- STCW Endorsement of Recognition endorsement certificate is issued by an administration as an official recognition of the validity of a certificate issued by another administration. To obtain an endorsement of recognition, you will need to submit the original of your national certificate of competence to the representative of the issuing administration.
- STCW Certificates of Proficiency are documents issued to the seafarer to certify that he or she has met the required standard of competence in a specific duty. These certificates include certificates for personnel serving on certain types of ship (tankers, and passenger ships) and for those assigned with safety, security and pollution prevention duties. It certifies that the holder meets STCW standards of competence in specific functions related to safety, care of persons, or cargo.
- Documentary Evidence is a document which is not necessarily issued or recognized by the administration. Documents issued by the shipowner or master of the vessel to attest that the seafarer has participated in a safety drill or has completed some type of training (for example familiarization training) are examples of documentary evidence. It is important to keep these documents since they are one of the accepted ways of demonstrating that you have achieved proficiency in a given task (basic safety training, for example). Where such evidence is not available of on-board training and experience you will be required to undergo a five yearly refresher course in personal survival and fire prevention and fire fighting.
- There are two different ways of gaining your STCW certificates. Whichever path you choose, the standards are identical. The difference lies in the number of functions you will be able to perform on-board and this is reflected in the certificate awarded.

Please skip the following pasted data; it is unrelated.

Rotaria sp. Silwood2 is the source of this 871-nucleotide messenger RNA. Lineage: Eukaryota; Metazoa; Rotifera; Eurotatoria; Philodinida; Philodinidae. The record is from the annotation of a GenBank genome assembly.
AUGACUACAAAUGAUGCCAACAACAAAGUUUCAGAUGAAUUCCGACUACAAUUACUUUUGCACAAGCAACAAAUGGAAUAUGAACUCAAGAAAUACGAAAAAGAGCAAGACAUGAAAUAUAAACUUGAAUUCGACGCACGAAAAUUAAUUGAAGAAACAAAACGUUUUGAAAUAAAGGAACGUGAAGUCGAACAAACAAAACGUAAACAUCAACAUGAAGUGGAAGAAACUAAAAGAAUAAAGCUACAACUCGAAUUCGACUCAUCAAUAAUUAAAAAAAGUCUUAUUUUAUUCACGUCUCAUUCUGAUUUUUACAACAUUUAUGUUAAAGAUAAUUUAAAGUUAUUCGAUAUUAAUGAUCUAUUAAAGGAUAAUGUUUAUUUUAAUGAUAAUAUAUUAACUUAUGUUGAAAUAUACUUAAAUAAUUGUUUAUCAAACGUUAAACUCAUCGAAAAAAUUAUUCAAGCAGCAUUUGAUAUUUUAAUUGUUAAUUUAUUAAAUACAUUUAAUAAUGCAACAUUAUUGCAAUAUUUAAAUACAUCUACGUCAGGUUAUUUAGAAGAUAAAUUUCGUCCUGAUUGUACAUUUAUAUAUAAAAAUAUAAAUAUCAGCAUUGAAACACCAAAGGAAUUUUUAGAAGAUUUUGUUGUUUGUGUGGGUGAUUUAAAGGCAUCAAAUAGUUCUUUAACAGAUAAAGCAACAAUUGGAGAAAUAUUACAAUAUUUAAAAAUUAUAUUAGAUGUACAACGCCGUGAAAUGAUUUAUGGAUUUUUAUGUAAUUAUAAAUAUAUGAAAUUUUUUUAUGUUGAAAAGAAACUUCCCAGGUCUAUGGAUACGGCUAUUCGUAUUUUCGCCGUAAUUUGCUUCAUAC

- The Traditional Method: STCW certificates awarded in the traditional way are classified according to which department of the ship (deck or engine) you work in. Under this method you will probably work in the same department (deck or engine) throughout your entire seafaring career.
- The Alternative Method: This refers to STCW certificates issued to enable the holder to perform different functions that are not necessarily within the same department. The certificate awarded will specify the functions and the level of responsibility.
- A candidate for alternative certification will need to qualify in all these functions at a determined level of responsibility in one department (deck or engine) before being able to qualify for other functions (at the same level of responsibility) in a different department. For example, a watch-keeping officer applying for an alternative certificate will have to qualify in all the functions of a watch-keeping officer, either in the deck or the engine department, before he or she can qualify for additional functions at the same level in other departments. Standards of competence, age and medical fitness are the same as for the traditional method.
- The purpose of the alternative certification is to allow for shipboard organization to be in line with modern technological developments and to open up a new career path for seafarers.